The reproductive problems caused by the BVD virus may lead to a lot of train wrecks for the cow/calf producer. If the fetus is exposed before 30-45 days, the calf usually dies and is reabsorbed by the uterus. If it is infected after 120-150 days, it is not unusual to have developmental deformities. Brain abnormalities are probably the most common type. The virus can also cause the calf to be born with cataracts in both eyes, abnormally small eyes or completely blind.

The virus is bad enough that two countries in the world had eradication programs that were reasonably successful. Those countries are Sweden and Denmark. Their BVD eradication programs began in 1993 and 1994, respectively. I will have to admit, though, when I think of those two countries, cattle is not among the first 10 or 15 things that cross my mind. Several states have certainly talked about the feasibility to put together a program to at least reduce the number of animals affected by the virus. As I said earlier, we talk about what we can do to help the Alabama producers with this virus. We constantly discuss with our lab at Auburn ways we might help producers test for the PI calves because they are the most formidable sources of infection.

There are things you, as a producer, can do to stack the deck in your favor against the virus. First, you can buy replacements from seedstock herds tested to eliminate PI calves. Second, you can practice strict biosecurity. If that term is not familiar to you, I will write a biosecurity column sometime in the near future. And finally, you can vaccinate against the virus. There are several good, commercially available vaccines against BVD. There are killed virus and modified-live virus vaccines. Do not give a modified-live virus to a pregnant cow, though. People have been known to cause cows to abort by vaccinating bred cows with live BVD and other virus vaccines. But, for the most part, I cannot overemphasize that you should sit down with your veterinarian and discuss a vaccine program custom-made for your operation.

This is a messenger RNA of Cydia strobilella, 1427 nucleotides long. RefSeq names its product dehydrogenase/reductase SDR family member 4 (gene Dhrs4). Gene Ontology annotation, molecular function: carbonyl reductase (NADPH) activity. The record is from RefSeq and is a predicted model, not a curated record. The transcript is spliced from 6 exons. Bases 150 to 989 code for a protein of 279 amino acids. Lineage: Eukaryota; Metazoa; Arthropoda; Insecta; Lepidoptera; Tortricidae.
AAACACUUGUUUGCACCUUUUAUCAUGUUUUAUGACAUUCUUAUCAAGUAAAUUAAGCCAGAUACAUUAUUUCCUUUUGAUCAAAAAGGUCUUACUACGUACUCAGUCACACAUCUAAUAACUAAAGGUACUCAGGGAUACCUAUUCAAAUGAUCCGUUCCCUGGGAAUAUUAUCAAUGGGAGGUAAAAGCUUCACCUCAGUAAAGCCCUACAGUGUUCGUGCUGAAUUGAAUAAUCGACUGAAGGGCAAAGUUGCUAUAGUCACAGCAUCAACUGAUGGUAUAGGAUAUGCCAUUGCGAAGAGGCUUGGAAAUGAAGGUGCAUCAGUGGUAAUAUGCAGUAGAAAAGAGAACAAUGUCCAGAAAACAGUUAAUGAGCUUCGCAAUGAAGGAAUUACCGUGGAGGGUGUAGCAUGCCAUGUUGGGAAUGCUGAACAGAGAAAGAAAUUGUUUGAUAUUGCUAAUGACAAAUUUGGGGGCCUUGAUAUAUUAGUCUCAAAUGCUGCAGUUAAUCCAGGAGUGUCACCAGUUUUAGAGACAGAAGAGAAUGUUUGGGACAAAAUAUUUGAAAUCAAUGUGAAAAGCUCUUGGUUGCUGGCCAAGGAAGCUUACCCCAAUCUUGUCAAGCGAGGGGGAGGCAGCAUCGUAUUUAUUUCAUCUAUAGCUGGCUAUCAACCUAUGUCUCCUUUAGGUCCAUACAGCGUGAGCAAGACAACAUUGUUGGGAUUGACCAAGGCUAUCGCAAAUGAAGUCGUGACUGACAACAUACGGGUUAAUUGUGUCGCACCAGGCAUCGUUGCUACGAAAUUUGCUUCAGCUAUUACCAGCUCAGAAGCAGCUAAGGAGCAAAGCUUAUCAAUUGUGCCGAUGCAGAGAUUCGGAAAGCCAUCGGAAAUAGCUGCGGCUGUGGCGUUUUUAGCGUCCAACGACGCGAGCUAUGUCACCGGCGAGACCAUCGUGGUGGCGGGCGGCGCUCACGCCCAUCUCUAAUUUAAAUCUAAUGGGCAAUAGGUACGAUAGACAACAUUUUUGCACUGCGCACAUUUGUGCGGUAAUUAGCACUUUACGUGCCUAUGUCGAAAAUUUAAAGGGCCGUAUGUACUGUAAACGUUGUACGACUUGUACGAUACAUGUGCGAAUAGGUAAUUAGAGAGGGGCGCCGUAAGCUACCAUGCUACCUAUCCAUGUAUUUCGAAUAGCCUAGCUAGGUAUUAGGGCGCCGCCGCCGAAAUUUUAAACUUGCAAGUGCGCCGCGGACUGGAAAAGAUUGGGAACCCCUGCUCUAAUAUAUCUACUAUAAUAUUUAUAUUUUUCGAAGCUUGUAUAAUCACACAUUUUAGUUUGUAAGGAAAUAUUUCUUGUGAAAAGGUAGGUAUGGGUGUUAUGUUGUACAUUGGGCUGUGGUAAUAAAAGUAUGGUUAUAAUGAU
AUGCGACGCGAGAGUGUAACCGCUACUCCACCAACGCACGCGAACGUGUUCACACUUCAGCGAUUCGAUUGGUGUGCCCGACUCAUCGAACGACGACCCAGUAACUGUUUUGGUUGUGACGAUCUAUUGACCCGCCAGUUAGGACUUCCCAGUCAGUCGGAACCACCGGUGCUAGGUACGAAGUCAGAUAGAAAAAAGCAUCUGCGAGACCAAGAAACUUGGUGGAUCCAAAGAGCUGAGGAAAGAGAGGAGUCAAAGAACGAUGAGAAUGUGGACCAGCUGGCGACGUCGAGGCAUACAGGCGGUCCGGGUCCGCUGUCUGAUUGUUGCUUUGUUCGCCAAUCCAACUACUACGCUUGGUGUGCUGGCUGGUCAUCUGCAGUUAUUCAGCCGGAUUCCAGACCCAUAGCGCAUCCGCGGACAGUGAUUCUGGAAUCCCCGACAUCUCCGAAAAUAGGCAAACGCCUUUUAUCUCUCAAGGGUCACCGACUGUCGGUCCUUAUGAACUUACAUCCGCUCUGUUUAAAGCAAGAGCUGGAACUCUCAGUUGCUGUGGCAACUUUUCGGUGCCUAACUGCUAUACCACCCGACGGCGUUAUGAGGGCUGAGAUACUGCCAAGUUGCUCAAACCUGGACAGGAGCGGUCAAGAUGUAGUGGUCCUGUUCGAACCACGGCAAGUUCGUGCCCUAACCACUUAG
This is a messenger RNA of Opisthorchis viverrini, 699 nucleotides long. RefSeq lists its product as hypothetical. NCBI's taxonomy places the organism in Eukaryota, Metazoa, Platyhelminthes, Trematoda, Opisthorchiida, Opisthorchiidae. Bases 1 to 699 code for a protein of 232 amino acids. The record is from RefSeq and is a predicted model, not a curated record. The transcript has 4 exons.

If you have never had a problem with BVD, this article may not mean much to you. However, if you are one of the producers across the state who has had serious reproductive problems, you know what we mean when we say it is bad. If you are a stocker grower who has had to deal with a respiratory outbreak, you know how bad it can be. So we continue to kick the can down the road.

 

If you have suggestions that might be helpful, don’t hesitate to call me and discuss them.

 

Dr. Tony Frazier is the State Veterinarian for Alabama. You can contact him at 334-240-7253.